The rapid growth of recent years has tested the Company’s infrastructure, which is now stronger than ever before. The main reasons for the good performance of the year include favourable external conditions, increase in tourism in Iceland and last but not the least our strong team of employees which are a very important factor in what we have achieved. It is always satisfying when things are going well, but there is no room for complacency. There are various challenges ahead that we need to address.  The principal challenge is the increasing competition, and in addition our contracts with some of our classes of employees have expired, which creates some uncertainty. Nevertheless, the Company’s business model has proven sound, our finances are solid and our cash position is strong. Icelandair Group is therefore well positioned to take on the future. The Company’s budget for 2014 projects EBITDA at $145-150 million.”

Trip Report on Icelandair by the Sydney Morning Herald on a London-Halifax trip: CLICK HERE

Copyright Photo: Stefan Sjogren/AirlinersGallery.com. Boeing 757-208 TF-FIJ (msn 25085) lands in Stockholm (Arlanda).

Icelandair: AG Slide Show

Icelandair Group’s 2Q net profit jumps 29% to $18.5 million

Icelandair Group (Icelandair) (Keflavik) reported its second quarter net profit increased 29 percent to $18.5 million, up from $14.3 million for the quarter a year ago.

Read the full report: CLICK HERE

Icelandair Group Fleet Data:

Icelandair Group Fleet (8:2013)

Copyright Photo: TMK Photography/Airlinersgallery.com. Boeing 757-208 TF-FIJ (msn 25085) approaches the runway at Toronto (Pearson) after its flight from the Keflavik hub (near Reykjavik).

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Icelandair remains in the red with a 1Q net loss of $18.3 million

Icelandair Group (Icelandair) (Keflavik) reported a net loss of $18.3 million in the first quarter, an increase from a net loss of $13.2 million in the same quarter a year ago.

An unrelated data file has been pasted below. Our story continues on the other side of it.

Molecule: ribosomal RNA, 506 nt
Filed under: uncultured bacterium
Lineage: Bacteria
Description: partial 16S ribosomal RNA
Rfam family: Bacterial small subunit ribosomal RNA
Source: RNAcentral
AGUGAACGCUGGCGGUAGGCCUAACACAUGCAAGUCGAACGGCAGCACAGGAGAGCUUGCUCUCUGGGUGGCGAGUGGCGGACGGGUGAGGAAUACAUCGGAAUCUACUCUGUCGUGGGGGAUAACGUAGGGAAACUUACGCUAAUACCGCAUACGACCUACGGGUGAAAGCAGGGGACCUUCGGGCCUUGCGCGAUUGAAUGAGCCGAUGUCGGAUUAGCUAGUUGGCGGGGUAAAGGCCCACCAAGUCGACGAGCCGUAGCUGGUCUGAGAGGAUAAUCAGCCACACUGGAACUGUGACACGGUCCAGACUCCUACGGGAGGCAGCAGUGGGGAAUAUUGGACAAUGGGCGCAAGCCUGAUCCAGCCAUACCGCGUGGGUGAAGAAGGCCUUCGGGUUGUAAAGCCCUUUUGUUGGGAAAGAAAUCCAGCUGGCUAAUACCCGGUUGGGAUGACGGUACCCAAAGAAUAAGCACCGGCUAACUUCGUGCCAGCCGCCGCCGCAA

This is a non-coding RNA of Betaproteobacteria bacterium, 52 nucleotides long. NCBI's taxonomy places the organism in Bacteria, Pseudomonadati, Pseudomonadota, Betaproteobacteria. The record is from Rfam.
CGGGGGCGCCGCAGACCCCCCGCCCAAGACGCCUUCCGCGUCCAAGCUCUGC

The airline issued this statement:

Icelandair Group organic growth continues

  • Losses after taxes USD $18.3 million, as compared to USD $13.2 million in the preceding year
  • Performance in the quarter exceeded management projections
  • EBITDA negative by USD $8.3 million, as compared to negative USD $3.0 million last year
  • Passenger revenues increased by 24% between years
  • Total revenue increased by 10%
  • Equity ratio was 32% at the end of March
  • Net cash provided by operating activities USD 78.5 million, as compared to USD 86.1 million in the preceding year

Björgólfur Jóhannsson, President and CEO:

“Icelandair Group’s performance over the quarter was better than our budget projected and estimates of continued growth materialized. Capacity on international flights increased by just short of a quarter in the first three months of the year, and the increase in passenger numbers over the same period was 18%. The greatest increase was in the number of passengers on the North Atlantic market, about 40%. The number of passengers in the tourist market to Iceland also increased significantly from last year, with a positive impact for all tourist services in Iceland. The Group’s freight activities have shown a turnaround. Freight charter projects have been downsized systematically, and the focus has been shifted to scheduled air freight services, which has returned good results.

At the start of the year we issued an EBITDA forecast for 2013 in the range of USD 115-120 million. The performance in the first quarter was in excess of the forecast, and in addition operating prospects are generally positive. Based on adjusted assumptions, EBITDA for the year is now projected at USD 122-127 million.”

Copyright Photo: Antony J. Best. Boeing 757-308 WL TF-FIX (msn 29434) departs from London (Heathrow).

Icelandair: AG Slide Show

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Route Map:

Icelandair 5:2013 Route Map

Icelandair reports a second quarter net profit of $14.3 million, considers acquiring additional aircraft types

Icelandair Group (Icelandair) (Keflavik) reported a second quarter net profit of $14.3 million.

In addition, in its report, the group stated it is looking at its fleet options with a long-term fleet strategy. Here is the official statement:

TWO OPTIONS CURRENTLY UNDER CONSIDERATION

  • |  Work in progress on a long-term strategy for Icelandair Group’s fleet
  • |  The work done in close co-operation with the manufacturers Boeing and Airbus
  • |  Other aircraft manufacturer are also being monitored
  • |  A decision on the future fleet will be made in near future
  • |  Options being evaluated:

Option 1: Single fleet of Boeing 757 aircraft until 2022

Option 2: Mixed fleet of Boeing 757 and smaller aircraft

Read the full report: CLICK HERE

Copyright Photo: Keith Burton. Besides utilizing its Boeing 757 fleet for scheduled passenger and charter operations, the flag carrier also operates the Boeing 757 as a freighter. Icelandair Cargo Boeing 757-23A PCF TF-FIG (msn 24456) climbs away from Southend with its additional “Absolutely Fresh” titles and logo for its fish-hauling operations.

Icelandair: